© 2024 Louisville Public Media

Public Files:
89.3 WFPL · 90.5 WUOL-FM · 91.9 WFPK

For assistance accessing our public files, please contact info@lpm.org or call 502-814-6500
89.3 WFPL News | 90.5 WUOL Classical 91.9 WFPK Music | KyCIR Investigations
Play Live Radio
Next Up:
0:00 0:00
Available On Air Stations
Stream: News Music Classical

Jefferson County Board of Education delays decision on compliance with anti-transgender Kentucky law

Liz Schlemmer
The Jefferson County Board of Education has not yet taken action regarding SB 150.

The school board is weighing two options: one that complies with Senate Bill 150 and one that does not. At a meeting Tuesday, members tabled the issue for now.

If you’re looking for transgender peer support, you can reach the Transgender Wellness Coalition online at transwellnesscoalition.org. You can also contact the Trevor Project, which provides free, confidential counselors who specialize in helping LGBTQ+ youth.

The Kentucky Legislature passed Senate Bill 150 in March. It imposes a set of rules on public schools across the state that are widely expected to harm transgender and nonbinary students.

At Tuesday’s Jefferson County Board of Education meeting, middle school teacher Greg Tichenor asked board members to protect trans students.

“My students and I grow best together when we collaborate with each other’s differences and learn how to draw upon each other’s strength through collaboration,” he said. “Diversity is not a weakness. Instead it is one of JCPS’s greatest strengths.”

SB 150 directs school districts – including Jefferson County Public Schools – to establish policies that prevent trans students from using certain bathrooms and restrict class discussions of gender and sexuality. It also says districts should not bar their staff from misgendering students.

JCPS’ school board is deciding between two policy proposals: one that primarily complies with SB 150’s rules on bathroom use and misgendering kids, and another that ignores them.

Both policy options use a typo in SB 150 as a loophole that some school officials say allows them to either ban classroom discussion of gender identity and sexual orientation, or end sex education in grades five and below.

Board members tied in a failed vote to approve the version that would defy SB 150’s rules.

Members James Craig, Chris Kolb and Sarah McIntosh voted for the policy. Members Linda Duncan, Diane Porter and Corrie Shull voted against it. Member Joe Marshall was not present.

Craig said he thinks SB 150 is vulnerable to a legal challenge under federal civil rights protections.

McIntosh said it’s clear SB 150 is intended “to further marginalize an already vulnerable group.”

“There is no question that this is a horrendous bill,” she said. “It shouldn’t have come to a point where our local boards of education are even having to wrestle with civil rights issues.”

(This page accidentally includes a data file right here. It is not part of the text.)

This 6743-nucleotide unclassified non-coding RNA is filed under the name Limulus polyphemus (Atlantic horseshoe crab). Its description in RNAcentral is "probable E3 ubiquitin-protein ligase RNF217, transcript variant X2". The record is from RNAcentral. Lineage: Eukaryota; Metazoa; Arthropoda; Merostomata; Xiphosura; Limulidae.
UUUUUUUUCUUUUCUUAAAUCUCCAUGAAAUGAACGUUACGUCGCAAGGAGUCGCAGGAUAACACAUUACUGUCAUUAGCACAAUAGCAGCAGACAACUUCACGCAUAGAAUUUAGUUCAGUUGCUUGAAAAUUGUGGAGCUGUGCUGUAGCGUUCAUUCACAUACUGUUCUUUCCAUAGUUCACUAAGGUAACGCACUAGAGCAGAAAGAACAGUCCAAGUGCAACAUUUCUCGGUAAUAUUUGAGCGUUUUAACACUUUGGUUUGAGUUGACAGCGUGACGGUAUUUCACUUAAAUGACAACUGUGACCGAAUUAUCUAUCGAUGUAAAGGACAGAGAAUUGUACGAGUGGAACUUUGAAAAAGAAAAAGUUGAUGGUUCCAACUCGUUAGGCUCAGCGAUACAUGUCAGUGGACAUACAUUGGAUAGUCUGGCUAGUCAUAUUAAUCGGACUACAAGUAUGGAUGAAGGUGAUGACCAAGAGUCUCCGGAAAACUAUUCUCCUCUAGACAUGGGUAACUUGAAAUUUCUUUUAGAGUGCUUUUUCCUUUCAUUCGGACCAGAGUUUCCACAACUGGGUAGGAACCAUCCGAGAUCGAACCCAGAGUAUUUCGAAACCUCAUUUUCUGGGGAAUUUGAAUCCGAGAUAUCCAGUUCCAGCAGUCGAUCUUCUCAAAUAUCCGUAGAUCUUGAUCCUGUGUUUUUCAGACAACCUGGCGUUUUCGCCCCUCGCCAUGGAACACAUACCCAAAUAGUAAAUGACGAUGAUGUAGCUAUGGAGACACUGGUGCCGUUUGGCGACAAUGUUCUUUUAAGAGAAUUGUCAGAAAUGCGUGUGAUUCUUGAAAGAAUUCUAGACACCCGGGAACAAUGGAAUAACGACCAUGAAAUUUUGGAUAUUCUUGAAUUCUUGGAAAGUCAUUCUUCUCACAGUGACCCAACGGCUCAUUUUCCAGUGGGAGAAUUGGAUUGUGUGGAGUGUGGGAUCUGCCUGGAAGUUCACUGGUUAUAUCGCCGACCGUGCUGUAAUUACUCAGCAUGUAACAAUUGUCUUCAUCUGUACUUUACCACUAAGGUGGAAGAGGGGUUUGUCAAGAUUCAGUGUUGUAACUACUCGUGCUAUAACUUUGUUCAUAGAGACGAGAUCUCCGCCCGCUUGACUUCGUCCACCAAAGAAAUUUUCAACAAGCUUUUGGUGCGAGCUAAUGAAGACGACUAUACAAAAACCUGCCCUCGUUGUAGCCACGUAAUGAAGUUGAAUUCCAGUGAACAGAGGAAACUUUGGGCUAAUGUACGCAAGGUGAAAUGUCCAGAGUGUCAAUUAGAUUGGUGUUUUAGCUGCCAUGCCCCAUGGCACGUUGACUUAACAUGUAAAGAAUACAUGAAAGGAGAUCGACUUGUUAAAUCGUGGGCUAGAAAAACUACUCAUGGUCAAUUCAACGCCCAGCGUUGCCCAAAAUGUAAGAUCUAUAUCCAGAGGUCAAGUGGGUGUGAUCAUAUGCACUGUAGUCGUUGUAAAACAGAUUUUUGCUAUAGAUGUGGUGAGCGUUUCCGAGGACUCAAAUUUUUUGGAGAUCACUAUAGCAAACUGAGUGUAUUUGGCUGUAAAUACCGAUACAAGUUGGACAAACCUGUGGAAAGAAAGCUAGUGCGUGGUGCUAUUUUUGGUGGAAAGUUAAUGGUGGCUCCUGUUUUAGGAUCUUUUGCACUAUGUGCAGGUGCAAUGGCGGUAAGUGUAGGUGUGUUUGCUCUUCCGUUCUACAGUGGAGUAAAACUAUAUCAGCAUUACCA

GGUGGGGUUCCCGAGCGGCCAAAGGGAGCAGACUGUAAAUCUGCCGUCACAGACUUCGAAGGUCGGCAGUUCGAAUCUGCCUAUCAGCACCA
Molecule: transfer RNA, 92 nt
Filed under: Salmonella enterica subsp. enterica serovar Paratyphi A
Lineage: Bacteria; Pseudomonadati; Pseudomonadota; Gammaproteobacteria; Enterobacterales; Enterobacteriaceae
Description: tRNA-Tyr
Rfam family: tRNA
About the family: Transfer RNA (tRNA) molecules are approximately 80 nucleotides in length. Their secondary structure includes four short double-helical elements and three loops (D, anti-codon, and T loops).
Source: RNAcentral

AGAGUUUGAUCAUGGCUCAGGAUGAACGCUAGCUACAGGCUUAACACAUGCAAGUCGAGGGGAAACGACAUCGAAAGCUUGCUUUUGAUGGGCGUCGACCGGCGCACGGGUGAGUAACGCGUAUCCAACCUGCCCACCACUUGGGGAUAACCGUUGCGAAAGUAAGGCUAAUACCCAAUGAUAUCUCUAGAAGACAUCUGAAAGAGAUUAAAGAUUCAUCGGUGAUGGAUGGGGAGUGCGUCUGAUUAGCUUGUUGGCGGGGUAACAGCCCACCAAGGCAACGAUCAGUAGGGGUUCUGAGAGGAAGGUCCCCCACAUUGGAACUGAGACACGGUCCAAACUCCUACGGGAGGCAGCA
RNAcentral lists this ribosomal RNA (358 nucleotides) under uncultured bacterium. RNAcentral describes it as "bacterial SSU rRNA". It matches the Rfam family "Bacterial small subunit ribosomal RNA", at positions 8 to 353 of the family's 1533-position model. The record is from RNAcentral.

Porter, who voted against adopting the defiant policy at Tuesday’s meeting, also criticized the state Legislature’s recent actions.

“And I cannot say enough times that this board is here for children. This is public education,” she said. “We want our children treated with love and respect.”

The school board unanimously agreed to table the discussion, but they’re likely to reconsider it soon. A staff member advised the board that they face an Aug. 15 legal deadline to comply with SB 150.

School boards across the state have been grappling with the same dilemma JCPS is. The Fayette County Board of Education recently voted to comply with SB 150.

Around two dozen people spoke out against SB 150 at the Board of Education meeting Tuesday night.

Nine-year-old Finley Spalding asked the board to defy the law.

“We will show the state that trans kids and families are welcome at our schools,” he said. “I trust my parents to take care of me. I think JCPS and the government should do the same.”

One of Finley’s moms is trans. If JCPS complies with SB 150, he said he’s worried about how SB 150 will affect his family.

“I am also worried about other kids,” he said. “What if they have to go into a bathroom that makes them feel uncomfortable and unsafe?”

Other people who offered their perspective to the board Tuesday night included the parents of trans and nonbinary children, as well as community members with no kids in JCPS schools who still felt it was important to speak up.

Standing before a microphone, they questioned why the state government is making safe spaces for trans kids unsafe – in this case, their schools.

Anice Chenault – whose nonbinary child Justice also spoke at Tuesday’s meeting – talked about how the Republican-led Legislature’s decision to pass SB 150 affected her as a parent.

“Your most important job is to keep your kid safe. Yesterday you knew that you could send your kid to school with the protection of the law behind them,” she said. “And now tomorrow you have to keep sending your kid to school, but with no law to back you up. And no law to back up teachers that want to do the right thing to help your child. Not only no law to protect you, but the fact is that the law is now set up to disrespect and harm your kid.

“We know there will be legal battles no matter what you do. Use this opportunity to tell Frankfort what we all know: that SB 150 is hateful and violent and harmful to our kids. Please stand on the right side of history.”

Support for this story was provided in part by the Jewish Heritage Fund.

Morgan is LPM's health reporter. Email Morgan at mwatkins@lpm.org.